domingo, 30 de julio de 2017


"Money may not buy happiness, but I'd rather cry in a Jaguar than on a bus."

Françoise Sagan

*Cover Characteristic is a book meme hosted by Sugar & Snark. Check it out and participate!

8. Tunneling to the Center of the Earth: Stories by Kevin Wilson


The stories in Kevin Wilsons collection are populated by the strange and the fascinating: 

Grand Stand-In is narrated by an employee of the Nuclear Family Supplemental Provider-a company that supplies stand-ins for families with deceased, ill, or just plain mean grandparents. 

The young boy in Birds in the House is assigned the task of judging a bizarre origami contest, in which his father and uncles are competing for his grandmothers estate. 

And in Blowing Up On the Spot the story singled out by Ann Patchett for Ploughshares, a young woman works sorting tiles at a Scrabble factory after her parents have spontaneously combusted. 

Kevin Wilsons characters inhabit a world that moves seamlessly between the real and the imagined, the mundane and the fantastic. 

Southern gothic at its best, laced with humor and pathos, these wonderfully inventive stories explore the relationship between loss and death and the many ways we try to cope with both.

7. Revolutionary Road by Richard Yates


In the hopeful 1950s, Frank and April Wheeler appear to be a model couple: bright, beautiful, talented, with two young children and a starter home in the suburbs.

Perhaps they married too young and started a family too early. Maybe Frank's job is dull. And April never saw herself as a housewife. Yet they have always lived on the assumption that greatness is only just around the corner. But now that certainty is about to crumble.

With heartbreaking compassion and remorseless clarity, Richard Yates shows how Frank and April mortgage their spiritual birthright, betraying not only each other, but their best selves.

6. The Grapes of Wrath by John Steinbeck


John Steinbeck's Pulitzer Prize-winning epic of the Great Depression follows the western movement of one family & a nation in search of work & human dignity.

Perhaps the most American of American classics. The novel focuses on the Joads, a poor family of sharecroppers driven from their Oklahoma home by drought, economic hardship, & changes in financial & agricultural industries. 

Due to their nearly hopeless situation, & in part because they were trapped in the Dust Bowl, the Joads set out for California. Along with thousands of other "Okies", they sought jobs, land, dignity & a future.

5. Looking for Jack Kerouac by Barbara Shoup


It wasn't Duke Walczak's fault that I took off for Florida, like Kathy thought. The truth is, we started getting sideways with each other on our class trip to New York and Washington D.C. nearly a year earlier—which, looking back, is ironic since she was the one dead set on going.

In 1964, Paul Carpetti discovers Jack Kerouac's On the Road while on a school trip to New York and begins to question the life he faces after high school. Then he meets a volatile, charismatic Kerouac devotee determined to hit the road himself. When the boys learn that Kerouac is living in St. Petersburg, Florida, they go looking for answers.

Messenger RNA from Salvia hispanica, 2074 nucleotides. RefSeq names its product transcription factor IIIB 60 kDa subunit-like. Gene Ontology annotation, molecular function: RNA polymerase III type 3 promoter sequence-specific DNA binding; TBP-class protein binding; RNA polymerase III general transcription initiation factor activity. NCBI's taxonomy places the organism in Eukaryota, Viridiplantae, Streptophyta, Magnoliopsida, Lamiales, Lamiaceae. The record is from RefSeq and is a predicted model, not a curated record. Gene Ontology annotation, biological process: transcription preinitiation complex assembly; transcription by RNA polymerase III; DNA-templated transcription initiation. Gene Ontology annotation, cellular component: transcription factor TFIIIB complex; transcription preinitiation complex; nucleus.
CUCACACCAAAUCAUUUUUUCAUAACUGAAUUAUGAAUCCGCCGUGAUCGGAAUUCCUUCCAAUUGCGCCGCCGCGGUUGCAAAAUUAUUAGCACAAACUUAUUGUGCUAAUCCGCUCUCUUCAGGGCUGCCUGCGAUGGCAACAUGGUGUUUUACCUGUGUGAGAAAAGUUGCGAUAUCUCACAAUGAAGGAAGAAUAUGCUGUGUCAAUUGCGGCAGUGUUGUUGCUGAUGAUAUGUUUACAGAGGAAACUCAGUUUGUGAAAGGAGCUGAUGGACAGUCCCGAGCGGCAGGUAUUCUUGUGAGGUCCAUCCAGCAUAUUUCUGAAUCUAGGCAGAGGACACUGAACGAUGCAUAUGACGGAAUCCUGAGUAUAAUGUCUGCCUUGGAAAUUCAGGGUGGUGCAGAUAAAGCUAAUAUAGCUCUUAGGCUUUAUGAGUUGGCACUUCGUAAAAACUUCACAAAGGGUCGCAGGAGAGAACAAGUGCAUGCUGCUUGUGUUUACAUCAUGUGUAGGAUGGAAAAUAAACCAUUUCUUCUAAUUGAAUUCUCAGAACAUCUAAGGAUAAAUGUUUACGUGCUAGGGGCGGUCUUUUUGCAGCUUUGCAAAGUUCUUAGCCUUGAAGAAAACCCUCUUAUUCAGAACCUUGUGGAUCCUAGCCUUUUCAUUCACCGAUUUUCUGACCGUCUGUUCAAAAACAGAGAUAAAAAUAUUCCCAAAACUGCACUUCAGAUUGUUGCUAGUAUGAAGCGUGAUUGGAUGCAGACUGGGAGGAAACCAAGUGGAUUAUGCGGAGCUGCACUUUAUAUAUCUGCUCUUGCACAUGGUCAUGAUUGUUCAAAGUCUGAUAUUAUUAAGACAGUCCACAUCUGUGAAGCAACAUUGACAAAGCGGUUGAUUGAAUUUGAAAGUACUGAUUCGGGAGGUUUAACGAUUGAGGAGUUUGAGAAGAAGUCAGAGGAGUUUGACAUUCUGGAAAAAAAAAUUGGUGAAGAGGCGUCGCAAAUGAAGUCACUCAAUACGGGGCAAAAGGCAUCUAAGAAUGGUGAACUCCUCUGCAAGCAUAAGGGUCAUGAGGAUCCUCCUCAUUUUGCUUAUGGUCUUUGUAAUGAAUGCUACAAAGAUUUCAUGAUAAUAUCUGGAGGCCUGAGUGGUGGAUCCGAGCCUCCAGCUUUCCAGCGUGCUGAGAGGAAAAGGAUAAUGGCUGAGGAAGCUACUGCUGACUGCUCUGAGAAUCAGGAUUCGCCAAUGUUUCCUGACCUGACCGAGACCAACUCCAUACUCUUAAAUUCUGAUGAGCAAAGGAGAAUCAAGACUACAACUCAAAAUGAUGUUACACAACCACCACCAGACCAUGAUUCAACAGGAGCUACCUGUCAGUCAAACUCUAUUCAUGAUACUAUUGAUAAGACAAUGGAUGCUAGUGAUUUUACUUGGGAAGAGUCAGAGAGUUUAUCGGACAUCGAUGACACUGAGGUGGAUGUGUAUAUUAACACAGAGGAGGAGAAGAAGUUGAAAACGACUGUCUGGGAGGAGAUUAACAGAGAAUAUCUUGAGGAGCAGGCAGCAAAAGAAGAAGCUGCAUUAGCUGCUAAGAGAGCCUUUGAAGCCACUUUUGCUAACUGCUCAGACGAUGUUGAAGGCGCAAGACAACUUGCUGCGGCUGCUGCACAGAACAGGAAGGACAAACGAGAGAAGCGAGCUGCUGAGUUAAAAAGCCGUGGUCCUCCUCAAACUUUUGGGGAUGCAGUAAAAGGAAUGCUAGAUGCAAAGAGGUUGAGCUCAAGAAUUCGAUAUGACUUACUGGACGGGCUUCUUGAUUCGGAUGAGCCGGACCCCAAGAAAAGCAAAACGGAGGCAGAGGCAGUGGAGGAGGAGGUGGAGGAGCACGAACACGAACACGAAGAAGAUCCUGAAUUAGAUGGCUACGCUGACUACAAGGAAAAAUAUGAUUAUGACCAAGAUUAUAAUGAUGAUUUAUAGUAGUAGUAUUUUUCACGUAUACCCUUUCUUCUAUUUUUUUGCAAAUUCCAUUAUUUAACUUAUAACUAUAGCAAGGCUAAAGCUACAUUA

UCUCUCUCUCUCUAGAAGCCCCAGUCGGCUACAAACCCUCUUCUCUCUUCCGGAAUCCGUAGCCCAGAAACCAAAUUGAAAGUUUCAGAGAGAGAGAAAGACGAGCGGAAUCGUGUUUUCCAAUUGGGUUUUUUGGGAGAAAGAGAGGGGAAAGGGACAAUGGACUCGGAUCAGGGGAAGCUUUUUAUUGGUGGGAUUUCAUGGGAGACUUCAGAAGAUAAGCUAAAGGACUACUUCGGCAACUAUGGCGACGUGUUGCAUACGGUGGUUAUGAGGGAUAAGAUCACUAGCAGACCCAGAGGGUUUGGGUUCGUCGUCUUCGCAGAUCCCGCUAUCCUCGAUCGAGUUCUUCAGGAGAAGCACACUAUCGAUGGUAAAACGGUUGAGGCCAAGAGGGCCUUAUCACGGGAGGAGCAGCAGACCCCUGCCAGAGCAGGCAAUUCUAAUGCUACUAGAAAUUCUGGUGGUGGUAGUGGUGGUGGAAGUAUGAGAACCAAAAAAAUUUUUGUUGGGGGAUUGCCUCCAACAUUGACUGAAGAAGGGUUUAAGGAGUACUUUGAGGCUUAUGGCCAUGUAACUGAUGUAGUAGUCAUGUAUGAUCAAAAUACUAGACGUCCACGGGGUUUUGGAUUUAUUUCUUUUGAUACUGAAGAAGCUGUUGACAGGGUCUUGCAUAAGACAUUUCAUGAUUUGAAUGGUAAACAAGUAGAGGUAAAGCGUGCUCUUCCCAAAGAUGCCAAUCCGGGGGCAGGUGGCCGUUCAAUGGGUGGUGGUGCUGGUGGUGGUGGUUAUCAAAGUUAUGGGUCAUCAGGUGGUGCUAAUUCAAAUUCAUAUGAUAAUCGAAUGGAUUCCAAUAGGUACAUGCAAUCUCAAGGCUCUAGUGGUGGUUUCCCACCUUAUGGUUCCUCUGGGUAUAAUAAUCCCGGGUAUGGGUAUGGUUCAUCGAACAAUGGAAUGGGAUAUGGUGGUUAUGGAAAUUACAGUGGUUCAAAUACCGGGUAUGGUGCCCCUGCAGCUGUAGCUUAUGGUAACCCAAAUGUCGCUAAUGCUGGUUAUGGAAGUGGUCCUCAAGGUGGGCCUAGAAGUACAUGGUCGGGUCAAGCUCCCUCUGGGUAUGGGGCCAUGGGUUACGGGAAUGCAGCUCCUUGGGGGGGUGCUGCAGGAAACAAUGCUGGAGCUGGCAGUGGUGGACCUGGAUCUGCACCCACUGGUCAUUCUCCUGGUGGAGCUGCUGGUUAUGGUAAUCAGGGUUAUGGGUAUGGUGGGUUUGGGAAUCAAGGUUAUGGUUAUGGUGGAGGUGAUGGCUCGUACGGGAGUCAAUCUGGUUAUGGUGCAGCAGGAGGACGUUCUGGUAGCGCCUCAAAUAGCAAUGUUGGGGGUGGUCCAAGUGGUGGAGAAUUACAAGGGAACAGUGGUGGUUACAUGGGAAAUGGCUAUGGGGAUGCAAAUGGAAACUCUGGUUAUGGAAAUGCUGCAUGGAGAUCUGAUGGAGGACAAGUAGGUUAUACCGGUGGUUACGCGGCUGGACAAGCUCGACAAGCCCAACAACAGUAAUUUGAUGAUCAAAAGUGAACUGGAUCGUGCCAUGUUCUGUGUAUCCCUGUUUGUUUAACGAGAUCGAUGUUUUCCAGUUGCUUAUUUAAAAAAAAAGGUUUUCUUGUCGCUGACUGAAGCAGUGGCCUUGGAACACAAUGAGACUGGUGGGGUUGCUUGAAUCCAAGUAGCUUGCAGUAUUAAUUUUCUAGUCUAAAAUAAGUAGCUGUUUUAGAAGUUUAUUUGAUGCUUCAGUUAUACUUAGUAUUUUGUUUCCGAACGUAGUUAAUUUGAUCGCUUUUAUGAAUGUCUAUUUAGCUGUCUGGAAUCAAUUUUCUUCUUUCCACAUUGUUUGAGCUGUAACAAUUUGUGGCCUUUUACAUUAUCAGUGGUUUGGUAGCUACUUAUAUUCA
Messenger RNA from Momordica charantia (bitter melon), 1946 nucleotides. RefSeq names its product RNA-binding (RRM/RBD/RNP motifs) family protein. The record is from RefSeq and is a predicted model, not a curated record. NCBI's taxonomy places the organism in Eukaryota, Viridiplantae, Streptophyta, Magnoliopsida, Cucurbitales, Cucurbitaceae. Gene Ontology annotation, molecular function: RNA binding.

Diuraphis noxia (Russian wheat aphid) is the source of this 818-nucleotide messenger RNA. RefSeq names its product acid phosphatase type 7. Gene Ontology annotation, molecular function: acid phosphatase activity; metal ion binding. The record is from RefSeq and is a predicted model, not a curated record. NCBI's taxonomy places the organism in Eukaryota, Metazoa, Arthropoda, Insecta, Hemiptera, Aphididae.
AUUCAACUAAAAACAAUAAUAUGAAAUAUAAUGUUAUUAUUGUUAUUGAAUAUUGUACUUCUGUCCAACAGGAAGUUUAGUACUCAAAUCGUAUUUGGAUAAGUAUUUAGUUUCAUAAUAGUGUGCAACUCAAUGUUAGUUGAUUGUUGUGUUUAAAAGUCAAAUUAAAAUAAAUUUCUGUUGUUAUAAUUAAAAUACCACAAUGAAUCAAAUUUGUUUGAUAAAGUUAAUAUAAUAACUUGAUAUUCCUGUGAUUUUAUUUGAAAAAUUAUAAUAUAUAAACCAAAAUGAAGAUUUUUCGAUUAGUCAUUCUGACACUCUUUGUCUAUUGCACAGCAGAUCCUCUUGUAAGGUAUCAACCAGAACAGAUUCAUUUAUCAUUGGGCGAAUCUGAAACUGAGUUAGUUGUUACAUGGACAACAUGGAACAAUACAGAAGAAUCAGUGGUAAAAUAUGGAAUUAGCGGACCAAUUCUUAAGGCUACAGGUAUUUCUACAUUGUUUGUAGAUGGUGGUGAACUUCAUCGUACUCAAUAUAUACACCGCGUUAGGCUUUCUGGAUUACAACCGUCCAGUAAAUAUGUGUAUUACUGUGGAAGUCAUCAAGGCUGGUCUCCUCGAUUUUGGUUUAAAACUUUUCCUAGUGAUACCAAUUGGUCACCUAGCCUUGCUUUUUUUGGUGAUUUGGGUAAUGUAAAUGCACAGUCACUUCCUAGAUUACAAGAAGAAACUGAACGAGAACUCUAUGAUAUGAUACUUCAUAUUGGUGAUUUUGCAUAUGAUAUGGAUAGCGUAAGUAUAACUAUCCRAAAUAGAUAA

4. The Electric Kool-Aid Acid Test by Tom Wolfe


Tom Wolfe's much-discussed kaleidoscopic non-fiction novel chronicles the tale of novelist Ken Kesey and his band of Merry Pranksters. 

In the 1960s, Kesey led a group of psychedelic sympathizers around the country in a painted bus, presiding over LSD-induced "acid tests" all along the way. 

Long considered one of the greatest books about the history of the hippies, Wolfe's ability to research like a reporter and simultaneously evoke the hallucinogenic indulgence of the era ensures that this book, written in 1967, will live long in the counter-culture canon of American literature.

3. Crash by J.G. Ballard


In this hallucinatory novel, the car provides the hellish tableau in which Vaughan, a "TV scientist" turned "nightmare angel of the highways," experiments with erotic atrocities among auto crash victims, each more sinister than the last. 

James Ballard, his friend and fellow obsessive, tells the story of this twisted visionary as he careens rapidly toward his own demise in an intentionally orchestrated car crash with Elizabeth Taylor. 

A classic work of cutting edge fiction, Crash explores the disturbing potentialities of contemporary society's increasing dependence on technology as intermediary in human relations.

2. Christine by Stephen King


A supernatural tale about girlfriends, boyfriends and a car called Christine.

Christine was eating into his mind, burrowing into his unconscious.

Christine, blood-red, fat, and finned, was twenty. Her promise lay all in her past. Greedy and big, she was Arnie's obsession, a '58 Plymouth Fury. Broken down but not finished.

There was still power in her - a frightening power that leaked like sump oil, staining and corrupting. A malign power that corroded the mind and turned ownership into Possession.

1. The Great Gatsby by F. Scott Fitzgerald


Jay Gatsby is the man who has everything. But one thing will always be out of his reach ...

Everybody who is anybody is seen at his glittering parties. Day and night his Long Island mansion buzzes with bright young things drinking, dancing and debating his mysterious character. 

For Gatsby - young, handsome, fabulously rich - always seems alone in the crowd, watching and waiting, though no one knows what for. 

Beneath the shimmering surface of his life he is hiding a secret: a silent longing that can never be fulfilled. And soon this destructive obsession will force his world to unravel.

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